The terrorist attacks in Mumbai are unlikely to make multinational technology developers and service providers change their strategies for India, at least in the short term.
The attack in Mumbai is the latest in a string of terrorist attacks across the country, including a number of attacks earlier in Mumbai.
The attacks late Wednesday (26 November) by terrorists using guns and grenades in Mumbai did however appear different than previous ones, because it targeted top five-star hotels in Mumbai's business district, which are popular with CIOs visiting thier service providers. About 100 are feared dead in the shootouts, with some foreign residents being held hostage.
"It is sad that this has happened, but we are confident that India will bounce back to normalcy," said Vidya Natampally, director of strategy at Microsoft Research India.
The terrorist attacks will not change Microsoft Research's plans in India. " We are committed to staying on in India," Natampally added.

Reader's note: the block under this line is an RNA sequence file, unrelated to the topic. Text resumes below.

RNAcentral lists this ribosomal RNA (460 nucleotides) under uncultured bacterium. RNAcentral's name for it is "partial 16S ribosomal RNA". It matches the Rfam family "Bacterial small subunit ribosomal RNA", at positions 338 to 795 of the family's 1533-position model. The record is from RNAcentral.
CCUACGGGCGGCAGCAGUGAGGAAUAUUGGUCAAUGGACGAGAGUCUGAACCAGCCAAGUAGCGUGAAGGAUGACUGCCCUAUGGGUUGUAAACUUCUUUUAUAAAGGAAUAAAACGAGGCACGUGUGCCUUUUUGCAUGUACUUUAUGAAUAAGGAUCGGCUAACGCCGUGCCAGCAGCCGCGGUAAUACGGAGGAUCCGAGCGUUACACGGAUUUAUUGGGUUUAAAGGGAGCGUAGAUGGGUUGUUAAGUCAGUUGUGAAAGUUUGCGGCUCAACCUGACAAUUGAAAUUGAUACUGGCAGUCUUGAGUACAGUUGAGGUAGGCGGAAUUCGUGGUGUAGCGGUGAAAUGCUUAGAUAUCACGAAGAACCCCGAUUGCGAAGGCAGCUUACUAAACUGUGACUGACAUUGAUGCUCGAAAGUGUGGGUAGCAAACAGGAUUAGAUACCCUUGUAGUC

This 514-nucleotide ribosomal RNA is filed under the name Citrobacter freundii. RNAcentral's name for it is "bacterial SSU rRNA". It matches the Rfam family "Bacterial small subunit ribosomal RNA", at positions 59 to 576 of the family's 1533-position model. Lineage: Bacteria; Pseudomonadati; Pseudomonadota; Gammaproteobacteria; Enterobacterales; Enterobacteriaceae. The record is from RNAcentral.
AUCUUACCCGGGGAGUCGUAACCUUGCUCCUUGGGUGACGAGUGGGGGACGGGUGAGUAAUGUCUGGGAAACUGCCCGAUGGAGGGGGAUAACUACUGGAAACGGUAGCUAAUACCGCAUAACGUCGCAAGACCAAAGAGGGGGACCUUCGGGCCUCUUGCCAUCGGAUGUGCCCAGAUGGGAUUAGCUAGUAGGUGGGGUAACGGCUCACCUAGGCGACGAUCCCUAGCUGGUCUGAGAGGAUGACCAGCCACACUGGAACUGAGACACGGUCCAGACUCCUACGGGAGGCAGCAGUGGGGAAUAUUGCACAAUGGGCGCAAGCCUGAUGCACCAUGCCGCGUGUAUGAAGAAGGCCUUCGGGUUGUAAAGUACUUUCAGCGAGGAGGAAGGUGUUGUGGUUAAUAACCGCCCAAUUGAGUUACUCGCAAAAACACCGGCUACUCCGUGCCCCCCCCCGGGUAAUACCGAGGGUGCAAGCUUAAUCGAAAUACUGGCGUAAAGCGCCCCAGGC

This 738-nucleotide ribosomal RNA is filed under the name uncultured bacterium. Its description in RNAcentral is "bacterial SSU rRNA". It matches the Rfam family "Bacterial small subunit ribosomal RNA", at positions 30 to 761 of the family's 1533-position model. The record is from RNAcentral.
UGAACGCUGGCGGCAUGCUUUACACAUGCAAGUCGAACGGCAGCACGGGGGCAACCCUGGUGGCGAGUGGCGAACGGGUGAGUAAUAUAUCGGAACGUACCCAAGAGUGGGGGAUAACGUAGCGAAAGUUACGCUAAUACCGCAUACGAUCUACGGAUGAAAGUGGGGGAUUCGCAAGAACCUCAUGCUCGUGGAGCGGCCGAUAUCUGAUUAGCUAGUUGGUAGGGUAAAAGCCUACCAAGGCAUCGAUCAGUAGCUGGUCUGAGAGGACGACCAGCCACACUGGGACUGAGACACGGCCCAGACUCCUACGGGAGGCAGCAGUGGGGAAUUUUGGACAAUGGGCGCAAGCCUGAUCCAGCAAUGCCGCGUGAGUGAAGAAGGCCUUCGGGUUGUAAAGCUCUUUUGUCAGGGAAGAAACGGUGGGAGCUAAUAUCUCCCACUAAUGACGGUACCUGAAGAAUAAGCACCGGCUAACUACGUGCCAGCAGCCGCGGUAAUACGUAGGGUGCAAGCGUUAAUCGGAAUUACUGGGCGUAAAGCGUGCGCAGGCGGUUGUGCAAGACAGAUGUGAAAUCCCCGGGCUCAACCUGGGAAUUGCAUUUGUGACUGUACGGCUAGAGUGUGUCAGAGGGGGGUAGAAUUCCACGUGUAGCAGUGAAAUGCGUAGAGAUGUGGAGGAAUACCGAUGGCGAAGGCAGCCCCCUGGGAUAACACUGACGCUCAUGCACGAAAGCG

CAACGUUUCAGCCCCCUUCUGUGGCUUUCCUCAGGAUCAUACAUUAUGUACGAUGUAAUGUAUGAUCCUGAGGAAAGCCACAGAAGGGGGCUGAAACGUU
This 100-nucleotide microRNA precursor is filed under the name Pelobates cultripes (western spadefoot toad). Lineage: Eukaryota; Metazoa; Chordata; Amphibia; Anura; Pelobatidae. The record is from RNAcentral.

Dell has issued a travel advisory to its staff, advising caution and due diligence when travelling to India, said a spokeswoman for the company. "That is the only measure we have taken," she added.
A large number of technology companies including Oracle, Microsoft, and Dell run large software development and call centre operations in India. But ever since the threat of terrorism increased since last year, these companies have toughened security at their facilities.
"For a long time now, we have tightened on security at all our facilities," the Dell spokeswoman said.
Indian outsourcing companies and Indian operations of multinational technology companies were not affected by the attacks, though the disruption of train service in Mumbai on Thursday could affect the movement of staff.
The Bombay Stock Exchange in south Mumbai has shut down on Thursday. The state government has ordered schools and colleges closed Thursday.